Those who have followed WHY?’s trajectory over the years — from hip-hop abstractionism to heady avant-folk — won’t be surprised by the familiar feel of Jet Lag, the solo debut of WHY? drummer Josiah Wolf. What might surprise some people, though, is how huge a role the elder Wolf has obviously played in that band’s transformation. Sole’s recent departure from Anticon opens an easy window for critics to talk about how far the label has departed from its rap roots, and Wolf’s album could be the prime example for those arguments. There is nothing remotely hip-hop about this record; unfortunately, there’s nothing too interesting either.
Wolf’s voice sounds alternately like The Arcade Fire’s Win Butler and Yo La Tengo’s Ira Kaplan, depending on the intensity of the song; more often than not, it’s the latter. In fact, much of the album sounds straight out of the indie rock 90s, all slacker folk-y and politely cynical. The album starts out promisingly enough, with opener “The Trailer and the Truck” employing bells and vibes, layered and lush. It’s the most upbeat track of the album, but it’s misleading. Jet Lag, as the press release makes abundantly clear, is a depressing fucking record. It was written following the dissolution of a lengthy relationship — Wolf uses “jet lag” in this instance as a sort of extended metaphor for the post-traumatic stress one might experience after such harrowing change. The last line of “Trailer” sets the stage for the album’s melancholy: “But then there was this flood/ And when we finally came out from the mud/ With the trailer and the truck/ I just got stuck.”
And then — well, Wolf just gets stuck. The songs on this record rehash the same self-loathing sentiments over and over again. On “The Apart Meant,” there’s ”It’s bad to not know how to care/ But to know how not to care.” On “That Kind of Man,” there’s “Everything that flowers soon will end.” This is bleak stuff, and it’s generally not all that remarkable. Though the album’s instrumentation is often vibrant, Wolf’s fixation on the same sad-sack sentiments engenders a listless musical milieu. Folks like Dave Berman have walked these paths for years, but Wolf’s poetry isn’t as incisive; they’re mostly clumsy and overreaching. Where Berman might sneer out a pithy one-liner aimed at a cheating ex, Wolf gets lost in tepid mumbling, the musical equivalent of the guy at the end of the bar staring forlornly into his whiskey. Not to belabor the Silver Jews comparisons, as they inevitably will be pervasive in reviews of Jet Lag, but it goes to show how much better Berman is at this sort of thing.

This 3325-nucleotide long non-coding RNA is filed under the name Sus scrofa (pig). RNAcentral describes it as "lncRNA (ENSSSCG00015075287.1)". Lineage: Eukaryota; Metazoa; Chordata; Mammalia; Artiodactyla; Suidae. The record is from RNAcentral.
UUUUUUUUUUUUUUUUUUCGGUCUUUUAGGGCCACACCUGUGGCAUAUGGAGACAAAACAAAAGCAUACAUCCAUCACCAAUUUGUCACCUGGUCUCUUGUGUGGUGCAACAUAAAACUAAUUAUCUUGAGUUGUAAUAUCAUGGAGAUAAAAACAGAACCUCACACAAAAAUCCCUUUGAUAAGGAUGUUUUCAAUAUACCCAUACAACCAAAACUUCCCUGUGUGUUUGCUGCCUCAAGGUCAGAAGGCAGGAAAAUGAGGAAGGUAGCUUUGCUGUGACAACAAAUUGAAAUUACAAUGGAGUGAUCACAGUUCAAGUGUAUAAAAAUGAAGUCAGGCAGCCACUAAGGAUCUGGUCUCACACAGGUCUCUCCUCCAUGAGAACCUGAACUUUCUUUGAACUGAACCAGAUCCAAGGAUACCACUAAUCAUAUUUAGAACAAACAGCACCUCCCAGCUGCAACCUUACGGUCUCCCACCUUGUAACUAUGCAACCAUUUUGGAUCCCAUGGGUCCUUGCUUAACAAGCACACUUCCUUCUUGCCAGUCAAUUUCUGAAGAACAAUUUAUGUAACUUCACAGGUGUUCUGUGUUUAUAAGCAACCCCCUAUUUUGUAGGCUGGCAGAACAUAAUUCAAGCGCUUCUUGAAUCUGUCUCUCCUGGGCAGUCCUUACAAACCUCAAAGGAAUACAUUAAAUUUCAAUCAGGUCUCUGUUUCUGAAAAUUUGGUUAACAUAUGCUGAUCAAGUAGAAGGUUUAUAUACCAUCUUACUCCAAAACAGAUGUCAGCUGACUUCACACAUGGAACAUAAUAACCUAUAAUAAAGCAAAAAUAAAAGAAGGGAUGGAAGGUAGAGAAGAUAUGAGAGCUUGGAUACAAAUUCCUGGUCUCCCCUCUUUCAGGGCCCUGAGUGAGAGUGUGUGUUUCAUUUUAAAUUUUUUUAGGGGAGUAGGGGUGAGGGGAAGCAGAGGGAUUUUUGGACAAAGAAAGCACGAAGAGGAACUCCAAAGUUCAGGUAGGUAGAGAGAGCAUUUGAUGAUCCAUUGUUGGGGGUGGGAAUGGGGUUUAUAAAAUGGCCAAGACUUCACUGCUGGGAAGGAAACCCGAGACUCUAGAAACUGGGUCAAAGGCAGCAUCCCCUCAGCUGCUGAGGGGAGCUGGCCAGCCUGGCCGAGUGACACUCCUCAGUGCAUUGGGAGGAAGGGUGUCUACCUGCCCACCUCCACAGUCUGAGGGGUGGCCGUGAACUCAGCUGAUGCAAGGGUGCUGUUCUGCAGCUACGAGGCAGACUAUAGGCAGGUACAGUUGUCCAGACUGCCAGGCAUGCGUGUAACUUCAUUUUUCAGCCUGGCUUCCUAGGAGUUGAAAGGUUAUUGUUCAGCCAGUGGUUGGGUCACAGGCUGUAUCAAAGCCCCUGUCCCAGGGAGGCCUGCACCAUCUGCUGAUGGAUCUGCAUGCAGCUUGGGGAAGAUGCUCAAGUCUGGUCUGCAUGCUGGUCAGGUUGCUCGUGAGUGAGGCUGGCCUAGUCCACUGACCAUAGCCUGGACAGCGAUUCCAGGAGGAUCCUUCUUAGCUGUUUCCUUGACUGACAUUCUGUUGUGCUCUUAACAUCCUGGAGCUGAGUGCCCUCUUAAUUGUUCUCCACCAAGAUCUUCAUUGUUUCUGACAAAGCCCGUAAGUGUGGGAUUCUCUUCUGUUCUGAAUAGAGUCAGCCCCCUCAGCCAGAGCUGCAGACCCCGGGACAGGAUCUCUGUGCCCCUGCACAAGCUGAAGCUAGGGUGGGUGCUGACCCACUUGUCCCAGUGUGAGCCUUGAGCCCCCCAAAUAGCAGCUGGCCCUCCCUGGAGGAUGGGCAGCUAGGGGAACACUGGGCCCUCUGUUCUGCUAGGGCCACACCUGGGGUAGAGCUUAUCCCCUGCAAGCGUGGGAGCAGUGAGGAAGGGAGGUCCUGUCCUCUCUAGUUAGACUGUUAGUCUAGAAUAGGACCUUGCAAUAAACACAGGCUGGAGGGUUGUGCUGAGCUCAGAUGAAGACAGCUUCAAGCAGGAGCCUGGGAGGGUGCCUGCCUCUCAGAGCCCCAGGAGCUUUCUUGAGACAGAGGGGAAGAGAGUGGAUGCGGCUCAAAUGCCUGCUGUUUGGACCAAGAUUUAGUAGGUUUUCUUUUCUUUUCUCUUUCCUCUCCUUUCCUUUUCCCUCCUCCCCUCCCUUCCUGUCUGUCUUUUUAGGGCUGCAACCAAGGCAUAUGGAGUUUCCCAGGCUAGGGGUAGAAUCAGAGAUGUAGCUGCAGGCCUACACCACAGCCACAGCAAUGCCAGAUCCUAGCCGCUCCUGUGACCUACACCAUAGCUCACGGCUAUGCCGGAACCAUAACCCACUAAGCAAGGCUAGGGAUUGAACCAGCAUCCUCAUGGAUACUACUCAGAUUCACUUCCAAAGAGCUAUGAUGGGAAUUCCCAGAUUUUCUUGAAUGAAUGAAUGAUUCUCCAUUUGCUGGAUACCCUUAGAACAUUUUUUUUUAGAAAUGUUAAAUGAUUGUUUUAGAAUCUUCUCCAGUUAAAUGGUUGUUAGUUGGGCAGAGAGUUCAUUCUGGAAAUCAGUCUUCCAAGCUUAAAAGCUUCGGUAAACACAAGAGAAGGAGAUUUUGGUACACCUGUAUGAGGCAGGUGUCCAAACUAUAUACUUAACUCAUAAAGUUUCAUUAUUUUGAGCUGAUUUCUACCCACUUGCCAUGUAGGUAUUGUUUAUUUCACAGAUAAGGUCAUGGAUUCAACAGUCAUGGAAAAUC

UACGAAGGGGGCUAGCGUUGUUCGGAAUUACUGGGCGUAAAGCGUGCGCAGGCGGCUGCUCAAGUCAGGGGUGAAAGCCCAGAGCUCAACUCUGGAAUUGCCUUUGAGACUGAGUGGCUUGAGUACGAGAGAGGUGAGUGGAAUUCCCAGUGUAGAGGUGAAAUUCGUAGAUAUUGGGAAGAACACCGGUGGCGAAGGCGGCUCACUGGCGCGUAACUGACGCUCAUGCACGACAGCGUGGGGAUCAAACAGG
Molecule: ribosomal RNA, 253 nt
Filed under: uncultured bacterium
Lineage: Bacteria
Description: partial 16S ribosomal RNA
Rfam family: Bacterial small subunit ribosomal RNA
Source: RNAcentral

All that said, the album does contain its share of worthwhile moments. There’s the unexpected melodic twist in “In the Seam,” where Wolf, with a sudden spark of newfound realism, intones, “Julie, Julie/ You move right through me” in a moment that’s quietly exhilarating. There’s a similarly magnificent moment in the gentle, ambling chorus of “Master Cleanse (California).” Indeed, Wolf is clearly a capable songwriter and even a good one when he manages to breach the trappings of his own claustrophobic psyche, but the breakup record is not something everyone can do well. Perhaps, at heart, Wolf just isn’t a miserable enough person to pull it off convincingly. I bet once he cheers up, he’ll deliver something great.